At our house, we were surprised to learn how many black public officials – Congress on down – have had ”the talk” with their teen sons about how to deal with cops on the street. Media types and clergy. too. Few of us have had to do that. We learned of – and watched – the individual heroism of retired USAF M/Sgt Robert Valentine who put himself alone between police lines and young demonstrators to keep the two sides from clashing. He did it several nights running.
We watched a black minister live his faith when someone torched his church’s nearly completed multi-million-dollar senior community center. “We’ll begin again,” when asked how he felt. No condemnation for the arsonist. No self-pity. Just “begin again.”
We learned courage and tough love from a scared black mother who charged into the street to pull her teenage son out of the rioting crowd. Yes, she hit him in the head with her hand. Yes, more than once. She yanked off his black ski mask. She pummeled his head, arms and back with her fists. She got him back. And, 24-hours later on national television, the kid said “Thank you.” I wouldn’t have blamed her if she’d hit him with a 2×4 in her terrified act of love. Mother love.
We watched some of the crowd offer bottled of water to the heavily-dressed officers on the line. We heard many officers say “Thank you.” We watched citizens put themselves in the smoke-filled space between crowds and police lines amid flying debris to carry signs saying to the crowd “Go Home.” For several nights. And most did.
We saw dozens and dozens of clergy, business people and just plain folks walk into the fray to plead with both sides to “stand down” and avoid confrontation. We learned courage could come from people who had probably never thought of themselves as “courageous” people. But there they were. Being courageous.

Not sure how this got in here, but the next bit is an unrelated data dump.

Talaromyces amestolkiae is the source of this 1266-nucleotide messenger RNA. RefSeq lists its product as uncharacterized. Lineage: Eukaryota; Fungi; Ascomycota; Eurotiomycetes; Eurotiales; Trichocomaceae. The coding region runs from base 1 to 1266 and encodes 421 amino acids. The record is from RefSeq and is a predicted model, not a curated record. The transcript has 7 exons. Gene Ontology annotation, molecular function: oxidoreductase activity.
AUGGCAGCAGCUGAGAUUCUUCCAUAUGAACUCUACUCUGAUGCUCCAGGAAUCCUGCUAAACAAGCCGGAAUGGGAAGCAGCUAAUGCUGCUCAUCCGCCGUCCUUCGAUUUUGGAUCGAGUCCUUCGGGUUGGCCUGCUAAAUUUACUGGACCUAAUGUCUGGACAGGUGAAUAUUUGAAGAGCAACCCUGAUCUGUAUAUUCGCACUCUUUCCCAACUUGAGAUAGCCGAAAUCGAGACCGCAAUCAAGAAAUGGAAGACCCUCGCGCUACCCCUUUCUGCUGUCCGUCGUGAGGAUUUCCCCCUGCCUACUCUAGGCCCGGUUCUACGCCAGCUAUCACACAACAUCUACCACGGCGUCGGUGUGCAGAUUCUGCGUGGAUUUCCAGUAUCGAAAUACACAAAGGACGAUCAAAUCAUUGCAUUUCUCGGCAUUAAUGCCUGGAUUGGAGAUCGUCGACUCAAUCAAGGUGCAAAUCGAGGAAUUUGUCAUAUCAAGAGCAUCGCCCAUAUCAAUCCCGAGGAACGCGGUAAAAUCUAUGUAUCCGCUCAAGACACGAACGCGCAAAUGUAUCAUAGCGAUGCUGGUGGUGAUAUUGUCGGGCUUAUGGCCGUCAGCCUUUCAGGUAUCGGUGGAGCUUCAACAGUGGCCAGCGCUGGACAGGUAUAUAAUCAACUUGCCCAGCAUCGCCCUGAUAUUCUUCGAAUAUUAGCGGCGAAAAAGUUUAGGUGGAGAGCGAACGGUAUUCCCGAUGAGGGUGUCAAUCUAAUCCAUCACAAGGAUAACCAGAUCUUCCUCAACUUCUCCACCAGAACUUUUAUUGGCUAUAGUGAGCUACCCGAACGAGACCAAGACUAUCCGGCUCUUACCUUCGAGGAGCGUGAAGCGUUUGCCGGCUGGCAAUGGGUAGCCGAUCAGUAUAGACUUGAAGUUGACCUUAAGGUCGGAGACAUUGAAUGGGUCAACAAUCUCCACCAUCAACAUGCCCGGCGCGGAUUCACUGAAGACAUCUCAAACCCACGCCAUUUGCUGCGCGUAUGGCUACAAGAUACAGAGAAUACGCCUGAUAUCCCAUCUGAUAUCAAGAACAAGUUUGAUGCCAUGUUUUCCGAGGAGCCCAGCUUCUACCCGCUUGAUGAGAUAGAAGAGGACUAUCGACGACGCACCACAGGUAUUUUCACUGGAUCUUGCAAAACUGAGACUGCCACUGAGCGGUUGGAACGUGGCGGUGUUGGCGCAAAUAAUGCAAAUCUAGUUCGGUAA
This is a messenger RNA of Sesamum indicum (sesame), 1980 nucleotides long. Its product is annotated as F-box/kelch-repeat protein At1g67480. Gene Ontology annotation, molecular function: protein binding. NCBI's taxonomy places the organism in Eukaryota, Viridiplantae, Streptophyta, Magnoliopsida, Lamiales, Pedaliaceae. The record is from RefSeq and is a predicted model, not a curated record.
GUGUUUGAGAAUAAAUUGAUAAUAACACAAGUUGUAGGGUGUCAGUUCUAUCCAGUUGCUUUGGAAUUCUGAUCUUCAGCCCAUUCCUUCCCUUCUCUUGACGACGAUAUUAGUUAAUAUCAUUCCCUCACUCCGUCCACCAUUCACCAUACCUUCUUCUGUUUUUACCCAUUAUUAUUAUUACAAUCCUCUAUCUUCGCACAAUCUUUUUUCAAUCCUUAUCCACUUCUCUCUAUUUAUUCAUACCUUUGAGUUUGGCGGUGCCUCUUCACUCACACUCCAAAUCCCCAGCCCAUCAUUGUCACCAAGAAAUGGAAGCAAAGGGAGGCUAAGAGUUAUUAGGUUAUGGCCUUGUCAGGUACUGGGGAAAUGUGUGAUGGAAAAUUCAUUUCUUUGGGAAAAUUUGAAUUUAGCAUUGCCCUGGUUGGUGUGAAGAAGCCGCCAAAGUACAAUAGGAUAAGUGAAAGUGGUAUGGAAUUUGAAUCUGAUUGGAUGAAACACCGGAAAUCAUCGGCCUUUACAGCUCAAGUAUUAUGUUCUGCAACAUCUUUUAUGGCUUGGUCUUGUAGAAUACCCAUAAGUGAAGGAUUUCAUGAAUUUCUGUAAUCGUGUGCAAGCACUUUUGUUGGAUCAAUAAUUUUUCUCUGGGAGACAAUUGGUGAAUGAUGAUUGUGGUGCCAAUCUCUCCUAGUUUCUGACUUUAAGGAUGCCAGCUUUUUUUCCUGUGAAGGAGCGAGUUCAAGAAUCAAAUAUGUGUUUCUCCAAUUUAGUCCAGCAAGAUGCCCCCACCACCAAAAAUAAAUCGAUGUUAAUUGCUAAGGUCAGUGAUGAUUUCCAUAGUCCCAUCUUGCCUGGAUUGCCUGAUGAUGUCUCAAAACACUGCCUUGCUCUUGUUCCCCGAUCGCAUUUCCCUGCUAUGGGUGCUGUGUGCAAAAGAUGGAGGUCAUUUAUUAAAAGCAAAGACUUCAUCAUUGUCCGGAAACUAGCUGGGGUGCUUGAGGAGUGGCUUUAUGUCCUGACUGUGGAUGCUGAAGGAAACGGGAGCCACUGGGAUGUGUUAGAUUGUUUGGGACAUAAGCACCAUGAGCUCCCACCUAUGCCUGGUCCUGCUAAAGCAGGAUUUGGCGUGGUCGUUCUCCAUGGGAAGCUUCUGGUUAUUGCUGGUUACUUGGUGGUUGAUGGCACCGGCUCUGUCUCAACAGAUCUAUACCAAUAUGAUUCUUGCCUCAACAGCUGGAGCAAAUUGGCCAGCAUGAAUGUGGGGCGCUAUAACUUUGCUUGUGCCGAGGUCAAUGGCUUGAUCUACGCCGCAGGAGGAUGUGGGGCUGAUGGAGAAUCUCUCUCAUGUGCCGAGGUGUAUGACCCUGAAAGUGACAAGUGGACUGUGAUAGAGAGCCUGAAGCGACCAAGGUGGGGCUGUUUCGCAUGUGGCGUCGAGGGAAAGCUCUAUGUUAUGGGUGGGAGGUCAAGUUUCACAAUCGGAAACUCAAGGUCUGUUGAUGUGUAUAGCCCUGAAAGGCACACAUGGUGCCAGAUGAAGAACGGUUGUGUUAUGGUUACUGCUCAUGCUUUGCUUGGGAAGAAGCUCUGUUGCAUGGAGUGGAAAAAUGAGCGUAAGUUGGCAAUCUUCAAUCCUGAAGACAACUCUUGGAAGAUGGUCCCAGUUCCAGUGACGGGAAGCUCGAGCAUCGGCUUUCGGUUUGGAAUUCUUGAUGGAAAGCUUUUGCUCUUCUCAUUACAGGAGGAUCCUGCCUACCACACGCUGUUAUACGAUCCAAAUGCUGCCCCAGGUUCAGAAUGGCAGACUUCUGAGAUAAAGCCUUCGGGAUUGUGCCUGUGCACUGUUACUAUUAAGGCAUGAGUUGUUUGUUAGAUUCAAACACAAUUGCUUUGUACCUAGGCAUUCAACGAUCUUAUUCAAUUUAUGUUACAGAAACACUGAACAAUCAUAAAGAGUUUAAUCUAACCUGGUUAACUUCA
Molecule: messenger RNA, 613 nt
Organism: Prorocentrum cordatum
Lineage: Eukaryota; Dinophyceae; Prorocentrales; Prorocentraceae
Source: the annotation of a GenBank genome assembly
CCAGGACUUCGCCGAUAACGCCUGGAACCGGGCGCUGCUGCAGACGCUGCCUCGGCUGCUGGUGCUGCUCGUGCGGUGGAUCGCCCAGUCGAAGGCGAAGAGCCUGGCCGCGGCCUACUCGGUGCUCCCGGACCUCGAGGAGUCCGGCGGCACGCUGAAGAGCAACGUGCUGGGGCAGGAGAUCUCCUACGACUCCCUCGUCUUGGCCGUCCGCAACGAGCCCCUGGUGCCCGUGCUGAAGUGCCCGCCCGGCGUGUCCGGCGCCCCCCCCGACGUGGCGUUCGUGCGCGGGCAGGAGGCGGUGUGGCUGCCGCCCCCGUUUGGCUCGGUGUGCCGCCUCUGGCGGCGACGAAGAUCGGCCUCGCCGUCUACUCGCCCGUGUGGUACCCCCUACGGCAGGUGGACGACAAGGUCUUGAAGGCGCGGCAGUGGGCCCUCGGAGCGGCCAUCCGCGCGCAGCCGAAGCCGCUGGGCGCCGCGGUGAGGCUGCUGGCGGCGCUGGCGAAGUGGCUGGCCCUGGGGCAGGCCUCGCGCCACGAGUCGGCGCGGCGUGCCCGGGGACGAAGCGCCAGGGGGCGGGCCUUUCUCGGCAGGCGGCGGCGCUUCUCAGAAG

We, who do not live in Baltimore’s west end – or any other large city’s depressed community – had no business being there those nights. Never – never – could we understand what so many innocent people were saying to authority out there on the asphalt. We could not know or understand the indigenous frustrations and fear caused by simply facing another day or month or year living under those conditions. Even after nights of watching, we still don’t know how to feel it. We do know a little more about it.
These days, the streets of Baltimore’s west end are no place for white 20-something’s who live comfortably somewhere else and who have no use for or understanding of “laws” they believe are “dumb.” There’s simply too much work to be done by people who are charged with the many and varied tasks of community rebuilding. We need to sympathize – to understand – but to stay out of the way.
The young prosecutor who brought charges against six cops will likely not get convictions – at least at the level of those charges. What the reaction will be then – several months if not years down the line – will have to wait. Right now – now while most west end residents seem to want to work for better days – now is the time to put some flesh on those desires. I hope those who are leading will get to work. Now.Share on Facebook